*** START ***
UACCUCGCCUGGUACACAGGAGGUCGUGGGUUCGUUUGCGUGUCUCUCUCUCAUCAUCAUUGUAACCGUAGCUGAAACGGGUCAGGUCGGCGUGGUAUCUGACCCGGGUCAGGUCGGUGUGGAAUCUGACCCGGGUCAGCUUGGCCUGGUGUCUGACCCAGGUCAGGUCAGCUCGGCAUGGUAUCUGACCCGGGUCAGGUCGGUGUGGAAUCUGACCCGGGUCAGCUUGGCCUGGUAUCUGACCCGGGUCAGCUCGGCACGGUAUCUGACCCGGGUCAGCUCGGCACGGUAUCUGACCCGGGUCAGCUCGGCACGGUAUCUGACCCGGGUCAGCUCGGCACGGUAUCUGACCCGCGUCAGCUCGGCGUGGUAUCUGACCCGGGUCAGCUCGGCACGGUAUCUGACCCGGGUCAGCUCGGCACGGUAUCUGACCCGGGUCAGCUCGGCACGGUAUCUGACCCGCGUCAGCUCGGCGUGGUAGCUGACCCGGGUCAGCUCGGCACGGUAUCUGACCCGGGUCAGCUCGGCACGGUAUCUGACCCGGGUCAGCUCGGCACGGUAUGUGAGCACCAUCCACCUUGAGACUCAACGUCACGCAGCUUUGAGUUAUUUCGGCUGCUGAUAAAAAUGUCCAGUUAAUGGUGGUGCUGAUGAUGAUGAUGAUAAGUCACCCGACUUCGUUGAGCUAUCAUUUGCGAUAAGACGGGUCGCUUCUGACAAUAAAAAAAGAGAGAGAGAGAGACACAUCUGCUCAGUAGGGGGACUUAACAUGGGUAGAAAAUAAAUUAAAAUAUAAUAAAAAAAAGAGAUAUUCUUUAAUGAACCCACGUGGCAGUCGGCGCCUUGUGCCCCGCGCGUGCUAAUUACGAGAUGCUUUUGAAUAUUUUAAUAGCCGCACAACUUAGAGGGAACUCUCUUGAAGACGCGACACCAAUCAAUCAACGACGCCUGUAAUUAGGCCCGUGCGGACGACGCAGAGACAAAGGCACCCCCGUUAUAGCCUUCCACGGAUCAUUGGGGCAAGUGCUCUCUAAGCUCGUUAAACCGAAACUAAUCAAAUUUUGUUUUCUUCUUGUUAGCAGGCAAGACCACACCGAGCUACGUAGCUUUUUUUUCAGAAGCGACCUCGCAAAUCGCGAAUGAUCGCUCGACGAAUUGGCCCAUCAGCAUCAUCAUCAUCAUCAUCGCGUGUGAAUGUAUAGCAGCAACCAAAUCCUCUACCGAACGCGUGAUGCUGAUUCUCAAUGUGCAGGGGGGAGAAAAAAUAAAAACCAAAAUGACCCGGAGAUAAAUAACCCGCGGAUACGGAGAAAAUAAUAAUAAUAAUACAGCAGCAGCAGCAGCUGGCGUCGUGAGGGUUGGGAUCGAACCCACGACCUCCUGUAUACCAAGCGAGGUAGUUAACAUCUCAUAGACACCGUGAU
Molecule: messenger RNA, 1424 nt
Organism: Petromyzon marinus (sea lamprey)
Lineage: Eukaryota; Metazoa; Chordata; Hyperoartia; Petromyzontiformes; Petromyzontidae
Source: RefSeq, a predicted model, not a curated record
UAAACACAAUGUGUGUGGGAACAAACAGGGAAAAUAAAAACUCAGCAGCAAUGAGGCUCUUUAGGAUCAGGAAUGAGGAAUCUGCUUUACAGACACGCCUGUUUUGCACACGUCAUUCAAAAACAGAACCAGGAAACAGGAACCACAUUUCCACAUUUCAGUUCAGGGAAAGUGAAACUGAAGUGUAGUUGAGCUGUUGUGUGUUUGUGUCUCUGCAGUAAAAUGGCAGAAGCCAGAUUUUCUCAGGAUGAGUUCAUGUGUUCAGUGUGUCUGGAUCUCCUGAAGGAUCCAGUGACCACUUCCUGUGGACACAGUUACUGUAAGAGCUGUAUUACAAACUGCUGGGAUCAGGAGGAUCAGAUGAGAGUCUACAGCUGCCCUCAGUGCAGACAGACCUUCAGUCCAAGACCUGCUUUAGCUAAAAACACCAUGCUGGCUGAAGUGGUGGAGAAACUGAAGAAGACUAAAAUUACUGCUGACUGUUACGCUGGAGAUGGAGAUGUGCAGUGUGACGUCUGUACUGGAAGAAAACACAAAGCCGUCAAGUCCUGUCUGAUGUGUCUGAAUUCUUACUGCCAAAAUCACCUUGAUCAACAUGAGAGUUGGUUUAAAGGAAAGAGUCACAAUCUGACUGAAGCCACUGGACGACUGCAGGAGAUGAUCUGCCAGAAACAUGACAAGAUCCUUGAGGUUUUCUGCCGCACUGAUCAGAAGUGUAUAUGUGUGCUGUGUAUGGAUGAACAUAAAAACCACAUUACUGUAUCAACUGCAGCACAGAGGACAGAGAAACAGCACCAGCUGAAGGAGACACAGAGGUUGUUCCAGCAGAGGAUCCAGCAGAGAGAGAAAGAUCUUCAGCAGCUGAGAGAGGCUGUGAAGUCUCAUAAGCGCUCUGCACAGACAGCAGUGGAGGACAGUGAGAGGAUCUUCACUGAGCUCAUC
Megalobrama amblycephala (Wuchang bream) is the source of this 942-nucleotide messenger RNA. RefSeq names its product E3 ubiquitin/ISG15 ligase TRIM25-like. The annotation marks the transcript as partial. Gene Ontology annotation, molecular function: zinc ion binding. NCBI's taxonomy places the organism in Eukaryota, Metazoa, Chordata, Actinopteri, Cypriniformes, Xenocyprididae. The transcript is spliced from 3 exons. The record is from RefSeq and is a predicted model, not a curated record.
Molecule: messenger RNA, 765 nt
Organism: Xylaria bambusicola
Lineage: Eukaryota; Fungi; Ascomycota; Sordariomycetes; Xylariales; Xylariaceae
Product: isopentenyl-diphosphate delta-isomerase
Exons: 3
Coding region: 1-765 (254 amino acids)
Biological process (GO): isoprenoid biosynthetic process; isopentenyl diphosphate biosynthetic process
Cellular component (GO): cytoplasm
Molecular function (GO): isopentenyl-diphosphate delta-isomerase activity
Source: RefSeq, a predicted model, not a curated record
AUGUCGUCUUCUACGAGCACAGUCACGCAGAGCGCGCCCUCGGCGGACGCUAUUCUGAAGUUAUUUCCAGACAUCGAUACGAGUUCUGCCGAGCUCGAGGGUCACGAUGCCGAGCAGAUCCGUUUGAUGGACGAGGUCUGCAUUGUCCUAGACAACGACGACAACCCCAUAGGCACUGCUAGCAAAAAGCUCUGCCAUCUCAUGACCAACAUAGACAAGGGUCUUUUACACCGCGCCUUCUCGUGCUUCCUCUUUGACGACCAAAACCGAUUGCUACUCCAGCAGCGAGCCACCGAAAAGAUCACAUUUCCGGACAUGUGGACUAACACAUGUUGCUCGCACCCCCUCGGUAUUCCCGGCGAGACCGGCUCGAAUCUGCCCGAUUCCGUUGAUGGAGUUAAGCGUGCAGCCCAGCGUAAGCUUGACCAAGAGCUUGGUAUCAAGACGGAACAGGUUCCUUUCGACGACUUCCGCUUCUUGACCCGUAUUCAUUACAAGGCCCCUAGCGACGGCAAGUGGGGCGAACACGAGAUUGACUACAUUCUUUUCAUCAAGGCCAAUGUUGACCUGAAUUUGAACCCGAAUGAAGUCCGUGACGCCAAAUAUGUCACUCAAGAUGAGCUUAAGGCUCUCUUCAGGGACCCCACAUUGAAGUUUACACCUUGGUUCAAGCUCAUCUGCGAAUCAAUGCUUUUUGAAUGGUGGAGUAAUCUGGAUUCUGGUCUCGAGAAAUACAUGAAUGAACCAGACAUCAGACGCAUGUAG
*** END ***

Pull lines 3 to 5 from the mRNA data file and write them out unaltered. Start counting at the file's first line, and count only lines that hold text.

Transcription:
Organism: Petromyzon marinus (sea lamprey)
Lineage: Eukaryota; Metazoa; Chordata; Hyperoartia; Petromyzontiformes; Petromyzontidae
Source: RefSeq, a predicted model, not a curated record